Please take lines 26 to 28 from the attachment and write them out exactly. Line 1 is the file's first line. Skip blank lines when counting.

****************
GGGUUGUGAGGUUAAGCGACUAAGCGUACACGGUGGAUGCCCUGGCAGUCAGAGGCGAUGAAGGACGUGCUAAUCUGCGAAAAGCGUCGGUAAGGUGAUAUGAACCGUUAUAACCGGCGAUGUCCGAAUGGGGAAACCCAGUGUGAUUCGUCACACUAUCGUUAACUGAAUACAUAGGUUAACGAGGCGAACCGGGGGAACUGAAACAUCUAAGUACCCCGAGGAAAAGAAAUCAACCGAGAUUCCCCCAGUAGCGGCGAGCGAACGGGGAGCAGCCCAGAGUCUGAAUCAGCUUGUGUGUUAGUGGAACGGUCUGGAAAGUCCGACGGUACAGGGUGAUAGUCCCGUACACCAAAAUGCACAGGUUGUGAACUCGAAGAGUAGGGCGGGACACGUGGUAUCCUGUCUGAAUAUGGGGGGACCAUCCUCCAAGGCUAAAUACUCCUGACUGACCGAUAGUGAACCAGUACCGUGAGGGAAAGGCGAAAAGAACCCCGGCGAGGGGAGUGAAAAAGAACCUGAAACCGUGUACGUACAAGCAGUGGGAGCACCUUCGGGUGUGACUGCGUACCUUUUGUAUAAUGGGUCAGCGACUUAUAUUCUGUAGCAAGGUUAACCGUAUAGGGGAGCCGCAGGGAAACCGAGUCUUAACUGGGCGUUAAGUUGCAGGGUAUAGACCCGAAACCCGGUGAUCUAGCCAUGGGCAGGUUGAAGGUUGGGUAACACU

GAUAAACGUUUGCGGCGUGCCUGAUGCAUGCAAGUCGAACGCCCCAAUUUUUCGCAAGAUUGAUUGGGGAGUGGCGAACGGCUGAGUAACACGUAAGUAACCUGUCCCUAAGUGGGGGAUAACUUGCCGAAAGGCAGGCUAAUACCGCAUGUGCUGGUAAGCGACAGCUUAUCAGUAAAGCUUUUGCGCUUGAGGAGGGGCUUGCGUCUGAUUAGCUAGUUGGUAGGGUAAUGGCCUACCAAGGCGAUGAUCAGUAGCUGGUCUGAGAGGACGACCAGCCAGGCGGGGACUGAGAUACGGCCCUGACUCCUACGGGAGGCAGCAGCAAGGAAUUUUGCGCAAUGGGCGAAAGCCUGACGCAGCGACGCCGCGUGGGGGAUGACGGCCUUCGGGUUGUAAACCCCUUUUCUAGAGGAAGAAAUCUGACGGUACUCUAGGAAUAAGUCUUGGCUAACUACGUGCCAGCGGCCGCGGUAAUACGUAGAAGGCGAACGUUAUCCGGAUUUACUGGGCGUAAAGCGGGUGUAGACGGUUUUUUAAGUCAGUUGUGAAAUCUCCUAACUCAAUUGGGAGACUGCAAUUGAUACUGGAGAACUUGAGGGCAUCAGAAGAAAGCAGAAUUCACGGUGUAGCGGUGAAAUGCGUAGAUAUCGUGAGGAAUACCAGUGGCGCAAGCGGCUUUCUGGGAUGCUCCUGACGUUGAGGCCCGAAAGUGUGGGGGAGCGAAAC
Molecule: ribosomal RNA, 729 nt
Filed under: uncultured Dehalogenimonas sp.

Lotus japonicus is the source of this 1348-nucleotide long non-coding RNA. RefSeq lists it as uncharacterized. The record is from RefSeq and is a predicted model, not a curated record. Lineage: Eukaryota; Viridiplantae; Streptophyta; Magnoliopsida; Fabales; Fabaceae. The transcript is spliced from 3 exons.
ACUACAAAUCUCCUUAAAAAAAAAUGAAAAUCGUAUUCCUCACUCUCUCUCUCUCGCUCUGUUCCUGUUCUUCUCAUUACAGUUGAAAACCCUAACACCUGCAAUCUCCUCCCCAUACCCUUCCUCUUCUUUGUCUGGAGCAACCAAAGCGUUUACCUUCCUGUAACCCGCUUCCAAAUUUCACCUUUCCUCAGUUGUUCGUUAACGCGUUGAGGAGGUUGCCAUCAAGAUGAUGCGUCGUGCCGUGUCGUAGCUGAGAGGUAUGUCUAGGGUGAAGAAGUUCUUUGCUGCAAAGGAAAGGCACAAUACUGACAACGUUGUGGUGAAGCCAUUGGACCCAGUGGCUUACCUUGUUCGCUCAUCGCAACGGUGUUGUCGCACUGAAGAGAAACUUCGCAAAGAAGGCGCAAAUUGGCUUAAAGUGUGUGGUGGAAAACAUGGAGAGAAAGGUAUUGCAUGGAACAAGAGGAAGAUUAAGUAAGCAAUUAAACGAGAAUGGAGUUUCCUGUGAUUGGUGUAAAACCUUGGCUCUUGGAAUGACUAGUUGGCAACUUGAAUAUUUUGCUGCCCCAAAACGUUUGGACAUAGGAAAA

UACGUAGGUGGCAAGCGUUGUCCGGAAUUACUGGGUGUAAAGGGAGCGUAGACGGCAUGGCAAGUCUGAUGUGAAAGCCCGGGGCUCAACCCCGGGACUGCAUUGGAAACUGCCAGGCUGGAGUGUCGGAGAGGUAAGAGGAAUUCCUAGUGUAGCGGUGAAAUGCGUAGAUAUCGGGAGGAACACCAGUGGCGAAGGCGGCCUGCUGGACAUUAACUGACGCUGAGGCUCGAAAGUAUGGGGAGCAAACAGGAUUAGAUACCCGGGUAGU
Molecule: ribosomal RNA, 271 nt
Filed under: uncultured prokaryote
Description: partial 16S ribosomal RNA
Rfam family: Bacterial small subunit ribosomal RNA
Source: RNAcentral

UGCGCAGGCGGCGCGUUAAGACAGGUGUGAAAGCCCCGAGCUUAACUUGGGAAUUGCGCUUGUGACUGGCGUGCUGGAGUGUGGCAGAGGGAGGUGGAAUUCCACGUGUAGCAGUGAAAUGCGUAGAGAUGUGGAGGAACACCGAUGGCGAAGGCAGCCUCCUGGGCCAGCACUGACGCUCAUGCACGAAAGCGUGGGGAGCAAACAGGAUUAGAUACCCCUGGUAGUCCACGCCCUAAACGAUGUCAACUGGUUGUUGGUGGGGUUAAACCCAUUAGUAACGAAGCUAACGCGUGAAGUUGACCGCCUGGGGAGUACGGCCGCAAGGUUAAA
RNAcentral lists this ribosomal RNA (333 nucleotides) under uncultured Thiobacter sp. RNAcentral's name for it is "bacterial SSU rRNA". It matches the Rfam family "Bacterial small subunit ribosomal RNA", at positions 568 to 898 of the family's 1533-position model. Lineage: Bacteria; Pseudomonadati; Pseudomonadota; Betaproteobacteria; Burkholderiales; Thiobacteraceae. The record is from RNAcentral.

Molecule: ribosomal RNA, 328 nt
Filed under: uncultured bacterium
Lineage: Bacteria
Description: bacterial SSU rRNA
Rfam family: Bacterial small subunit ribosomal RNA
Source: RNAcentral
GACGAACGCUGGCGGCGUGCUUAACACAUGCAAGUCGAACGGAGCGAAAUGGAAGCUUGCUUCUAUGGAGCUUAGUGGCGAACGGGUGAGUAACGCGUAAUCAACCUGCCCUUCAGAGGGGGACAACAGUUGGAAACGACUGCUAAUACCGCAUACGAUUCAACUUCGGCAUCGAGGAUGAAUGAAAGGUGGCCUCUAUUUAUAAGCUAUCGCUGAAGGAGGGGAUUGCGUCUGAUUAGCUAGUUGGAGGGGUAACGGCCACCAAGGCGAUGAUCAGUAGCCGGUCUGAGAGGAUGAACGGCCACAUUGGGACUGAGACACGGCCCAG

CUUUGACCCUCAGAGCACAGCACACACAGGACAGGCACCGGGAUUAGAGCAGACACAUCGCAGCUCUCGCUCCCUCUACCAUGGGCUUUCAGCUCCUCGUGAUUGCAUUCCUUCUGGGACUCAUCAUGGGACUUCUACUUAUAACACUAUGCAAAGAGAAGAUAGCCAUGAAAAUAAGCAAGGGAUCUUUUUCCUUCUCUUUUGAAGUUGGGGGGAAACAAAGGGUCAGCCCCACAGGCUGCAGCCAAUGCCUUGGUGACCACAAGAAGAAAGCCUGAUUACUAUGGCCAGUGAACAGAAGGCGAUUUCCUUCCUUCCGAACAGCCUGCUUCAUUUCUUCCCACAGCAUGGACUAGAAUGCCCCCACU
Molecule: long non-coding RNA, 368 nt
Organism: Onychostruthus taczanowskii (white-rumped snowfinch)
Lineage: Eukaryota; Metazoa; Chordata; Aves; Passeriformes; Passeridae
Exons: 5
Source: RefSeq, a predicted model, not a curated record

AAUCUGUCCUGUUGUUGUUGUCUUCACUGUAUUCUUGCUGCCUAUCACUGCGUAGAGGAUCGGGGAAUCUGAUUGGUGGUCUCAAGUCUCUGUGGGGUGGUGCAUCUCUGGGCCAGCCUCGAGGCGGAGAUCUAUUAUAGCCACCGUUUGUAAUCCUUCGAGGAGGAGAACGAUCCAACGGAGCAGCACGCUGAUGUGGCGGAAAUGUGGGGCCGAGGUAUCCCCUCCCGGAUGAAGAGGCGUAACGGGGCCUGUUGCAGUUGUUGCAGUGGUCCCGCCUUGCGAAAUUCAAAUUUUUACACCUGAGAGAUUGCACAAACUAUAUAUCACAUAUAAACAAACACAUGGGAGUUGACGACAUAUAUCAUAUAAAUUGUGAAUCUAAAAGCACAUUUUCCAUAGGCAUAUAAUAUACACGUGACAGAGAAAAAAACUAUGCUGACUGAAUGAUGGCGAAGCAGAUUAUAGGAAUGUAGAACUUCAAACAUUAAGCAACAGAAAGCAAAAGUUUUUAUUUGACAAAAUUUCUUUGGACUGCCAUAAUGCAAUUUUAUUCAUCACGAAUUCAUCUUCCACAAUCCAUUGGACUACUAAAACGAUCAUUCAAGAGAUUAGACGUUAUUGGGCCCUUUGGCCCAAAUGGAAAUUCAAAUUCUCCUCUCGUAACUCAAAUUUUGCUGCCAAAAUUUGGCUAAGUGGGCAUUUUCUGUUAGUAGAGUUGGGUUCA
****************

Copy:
Exons: 5
Source: RefSeq, a predicted model, not a curated record

AAUCUGUCCUGUUGUUGUUGUCUUCACUGUAUUCUUGCUGCCUAUCACUGCGUAGAGGAUCGGGGAAUCUGAUUGGUGGUCUCAAGUCUCUGUGGGGUGGUGCAUCUCUGGGCCAGCCUCGAGGCGGAGAUCUAUUAUAGCCACCGUUUGUAAUCCUUCGAGGAGGAGAACGAUCCAACGGAGCAGCACGCUGAUGUGGCGGAAAUGUGGGGCCGAGGUAUCCCCUCCCGGAUGAAGAGGCGUAACGGGGCCUGUUGCAGUUGUUGCAGUGGUCCCGCCUUGCGAAAUUCAAAUUUUUACACCUGAGAGAUUGCACAAACUAUAUAUCACAUAUAAACAAACACAUGGGAGUUGACGACAUAUAUCAUAUAAAUUGUGAAUCUAAAAGCACAUUUUCCAUAGGCAUAUAAUAUACACGUGACAGAGAAAAAAACUAUGCUGACUGAAUGAUGGCGAAGCAGAUUAUAGGAAUGUAGAACUUCAAACAUUAAGCAACAGAAAGCAAAAGUUUUUAUUUGACAAAAUUUCUUUGGACUGCCAUAAUGCAAUUUUAUUCAUCACGAAUUCAUCUUCCACAAUCCAUUGGACUACUAAAACGAUCAUUCAAGAGAUUAGACGUUAUUGGGCCCUUUGGCCCAAAUGGAAAUUCAAAUUCUCCUCUCGUAACUCAAAUUUUGCUGCCAAAAUUUGGCUAAGUGGGCAUUUUCUGUUAGUAGAGUUGGGUUCA